Over the past week or so, I've been playing with collage using the papers that I painted a little while back. I've made a departure from the ones I'd been making before which featured flowers and plants done in a stylized way, very much influenced by my love of Art Nouveau and Art Deco, and especially the point where they meet. (Perhaps I've just been watching too many Poirot reruns). I still plan to make more in this style, as I quite enjoy doing them, but I'm also interested in the process of making more abstracted collages with papers I've coloured.
The floor of my room was once again in a state of absolute chaos and I had to make potentially body-unfriendly leaps to get to my computer and writing table.
In the middle of all that chaos is one of the larger ones I've been playing with. It's nowhere near done, and I'm not entirely sure where it's going as it keeps leading me one way and then another. Below are three smaller ones (ca. 20 x 20 cm.). This is the approximate size of my botanical collages, and I am finding that it's a much more comfortable size for the medium than the larger one (ca. 40 x 40 cm.).
This past Autumn, I collected and pressed some leaves. I've used one in each of the collages. Next Autumn I'll have to collect more. Although there are certain similarities between the two styles of collage, they are, naturally, quite different. Both processes are enjoyable and seem to appeal to, and challenge, different parts of
As I have so many little stretched canvases which I've purchased for this purpose, I decided to have a bit of fun of a different kind the other day. Lately, I've had banshees on my mind. In the current story I'm writing there is a band of banshees, and in another story, currently on the back burner, the protagonist is a banshee. I've long had a fascination with these mysterious creatures which straddle the line between ghost and fairy. I blame it on Siouxie Sioux. When I was a wee lass of around fifteen, I absolutely loved Siouxie and the Banshees. That started it all.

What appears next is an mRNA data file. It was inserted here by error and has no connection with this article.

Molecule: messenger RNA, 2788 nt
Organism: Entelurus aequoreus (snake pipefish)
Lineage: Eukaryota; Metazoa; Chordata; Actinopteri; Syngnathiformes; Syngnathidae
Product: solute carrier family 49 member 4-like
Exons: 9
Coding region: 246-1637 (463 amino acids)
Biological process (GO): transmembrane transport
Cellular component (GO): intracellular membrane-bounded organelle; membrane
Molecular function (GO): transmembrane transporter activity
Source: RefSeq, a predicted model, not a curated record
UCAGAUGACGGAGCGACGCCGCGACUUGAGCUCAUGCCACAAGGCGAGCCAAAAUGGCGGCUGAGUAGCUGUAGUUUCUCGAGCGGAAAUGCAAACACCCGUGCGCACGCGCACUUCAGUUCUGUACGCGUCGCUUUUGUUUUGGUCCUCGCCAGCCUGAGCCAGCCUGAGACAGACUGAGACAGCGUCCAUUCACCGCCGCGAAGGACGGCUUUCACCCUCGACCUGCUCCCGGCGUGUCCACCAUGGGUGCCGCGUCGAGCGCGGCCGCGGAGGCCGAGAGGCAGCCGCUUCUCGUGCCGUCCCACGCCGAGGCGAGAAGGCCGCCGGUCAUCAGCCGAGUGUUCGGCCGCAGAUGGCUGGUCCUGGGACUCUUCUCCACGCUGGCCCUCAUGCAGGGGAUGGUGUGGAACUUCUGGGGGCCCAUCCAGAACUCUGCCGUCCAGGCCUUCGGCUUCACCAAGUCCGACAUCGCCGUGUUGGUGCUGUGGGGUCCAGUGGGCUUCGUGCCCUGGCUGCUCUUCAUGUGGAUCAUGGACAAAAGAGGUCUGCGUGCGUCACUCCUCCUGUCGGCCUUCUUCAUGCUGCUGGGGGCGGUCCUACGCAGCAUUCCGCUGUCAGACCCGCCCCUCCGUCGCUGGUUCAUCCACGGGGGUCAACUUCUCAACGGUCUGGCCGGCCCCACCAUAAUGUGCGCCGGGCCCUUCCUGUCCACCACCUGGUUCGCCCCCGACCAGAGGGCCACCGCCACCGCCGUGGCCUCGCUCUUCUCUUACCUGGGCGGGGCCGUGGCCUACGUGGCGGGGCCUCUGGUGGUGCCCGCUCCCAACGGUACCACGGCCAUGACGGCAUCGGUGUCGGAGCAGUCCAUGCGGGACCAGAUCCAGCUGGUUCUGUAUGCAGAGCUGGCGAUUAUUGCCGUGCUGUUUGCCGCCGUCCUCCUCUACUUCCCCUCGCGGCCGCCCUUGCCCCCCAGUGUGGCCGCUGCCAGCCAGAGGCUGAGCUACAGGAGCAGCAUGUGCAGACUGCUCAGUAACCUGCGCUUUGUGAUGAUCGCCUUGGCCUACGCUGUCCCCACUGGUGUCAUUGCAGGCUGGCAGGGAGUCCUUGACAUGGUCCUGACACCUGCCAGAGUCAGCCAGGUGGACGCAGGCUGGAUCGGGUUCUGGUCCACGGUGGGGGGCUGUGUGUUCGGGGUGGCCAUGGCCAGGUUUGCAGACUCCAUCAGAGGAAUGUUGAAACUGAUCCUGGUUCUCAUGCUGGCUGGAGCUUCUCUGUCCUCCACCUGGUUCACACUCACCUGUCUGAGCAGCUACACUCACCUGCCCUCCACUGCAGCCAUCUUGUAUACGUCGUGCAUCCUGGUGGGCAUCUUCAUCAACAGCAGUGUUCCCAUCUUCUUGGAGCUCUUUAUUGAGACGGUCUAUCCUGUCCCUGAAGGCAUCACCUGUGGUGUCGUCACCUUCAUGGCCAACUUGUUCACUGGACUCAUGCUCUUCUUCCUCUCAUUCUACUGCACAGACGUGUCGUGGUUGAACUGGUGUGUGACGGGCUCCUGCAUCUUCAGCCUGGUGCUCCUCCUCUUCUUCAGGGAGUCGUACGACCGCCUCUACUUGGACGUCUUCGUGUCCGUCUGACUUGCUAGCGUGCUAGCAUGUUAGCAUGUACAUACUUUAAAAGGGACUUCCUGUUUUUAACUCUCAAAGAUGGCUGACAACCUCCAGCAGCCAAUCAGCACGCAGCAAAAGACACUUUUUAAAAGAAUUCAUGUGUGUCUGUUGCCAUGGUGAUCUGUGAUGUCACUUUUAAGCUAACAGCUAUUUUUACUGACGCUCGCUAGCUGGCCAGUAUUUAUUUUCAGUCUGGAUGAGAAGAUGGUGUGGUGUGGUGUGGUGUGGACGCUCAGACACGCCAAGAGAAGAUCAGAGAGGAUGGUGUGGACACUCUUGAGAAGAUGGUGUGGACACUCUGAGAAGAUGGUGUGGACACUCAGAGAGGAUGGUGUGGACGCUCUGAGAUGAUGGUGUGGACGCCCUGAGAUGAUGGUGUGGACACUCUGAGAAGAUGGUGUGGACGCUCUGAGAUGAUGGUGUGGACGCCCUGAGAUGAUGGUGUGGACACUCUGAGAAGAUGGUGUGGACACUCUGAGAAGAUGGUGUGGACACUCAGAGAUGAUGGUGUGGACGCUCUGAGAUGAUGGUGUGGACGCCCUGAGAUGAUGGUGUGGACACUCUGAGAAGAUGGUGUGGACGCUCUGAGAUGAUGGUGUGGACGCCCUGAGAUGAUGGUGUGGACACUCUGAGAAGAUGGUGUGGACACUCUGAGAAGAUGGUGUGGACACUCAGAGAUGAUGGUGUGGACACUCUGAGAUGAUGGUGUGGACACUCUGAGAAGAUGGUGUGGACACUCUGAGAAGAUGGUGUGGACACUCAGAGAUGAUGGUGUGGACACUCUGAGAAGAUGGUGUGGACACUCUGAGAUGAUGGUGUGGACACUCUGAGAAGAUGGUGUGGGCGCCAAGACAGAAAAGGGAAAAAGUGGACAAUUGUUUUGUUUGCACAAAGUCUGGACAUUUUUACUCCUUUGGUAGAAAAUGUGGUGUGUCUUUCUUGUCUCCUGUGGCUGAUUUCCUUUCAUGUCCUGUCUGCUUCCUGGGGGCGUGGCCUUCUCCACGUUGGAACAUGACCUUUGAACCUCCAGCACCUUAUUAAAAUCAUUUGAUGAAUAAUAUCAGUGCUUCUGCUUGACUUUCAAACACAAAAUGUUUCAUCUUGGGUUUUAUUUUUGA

Part of their mystery is that Banshees are solitary. And, unlike so many other female fairy-folk, they are feminine without being a femme fatale. They sometimes appear as a beautiful young woman, other times as a terrifying crone. Sometimes washing blood stained clothes by the ford of a river in Scotland, other times scaring the bejeebers out of guests in the manor home of some Irish lord soon to pass from this world to the next.
I've started a sketch in oils of one. When she's done, she'll sit on my wall at my writing table.
Once again, the influence of the Art Nouveau movement can be seen. (Thank you, Klimt.)
The banshees of my current story are leading me away tomorrow. I'm fortunate enough to be heading to London for an overnight, to see an exhibit at the Foundling Museum called "Threads of Feeling" The original The Foundling Hospital was established in 1739 by Thomas Coram, and was financially aided by such London pillars as Hogarth and Handel. To this day, one of London's largest children's charities is named for Coram.
The exhibit I'm going to see showcases more than 4,000 pieces of fabric which were attached to the entries in the ledger books of many of the babies admitted to the hospital between 1741 - 1760. These pieces of cloth were sometimes given by the mother as a token, and were other times snipped, by the attendants, from the clothes the child was admitted in. It's a rare collection and insight into eighteenth century dress of the poor. It's going to be fascinating, and it's going to be incredibly poignant. I'm looking forward to seeing it, but it's not going to be an easy exhibit to view.
When I return, I will be sure to post about the experience.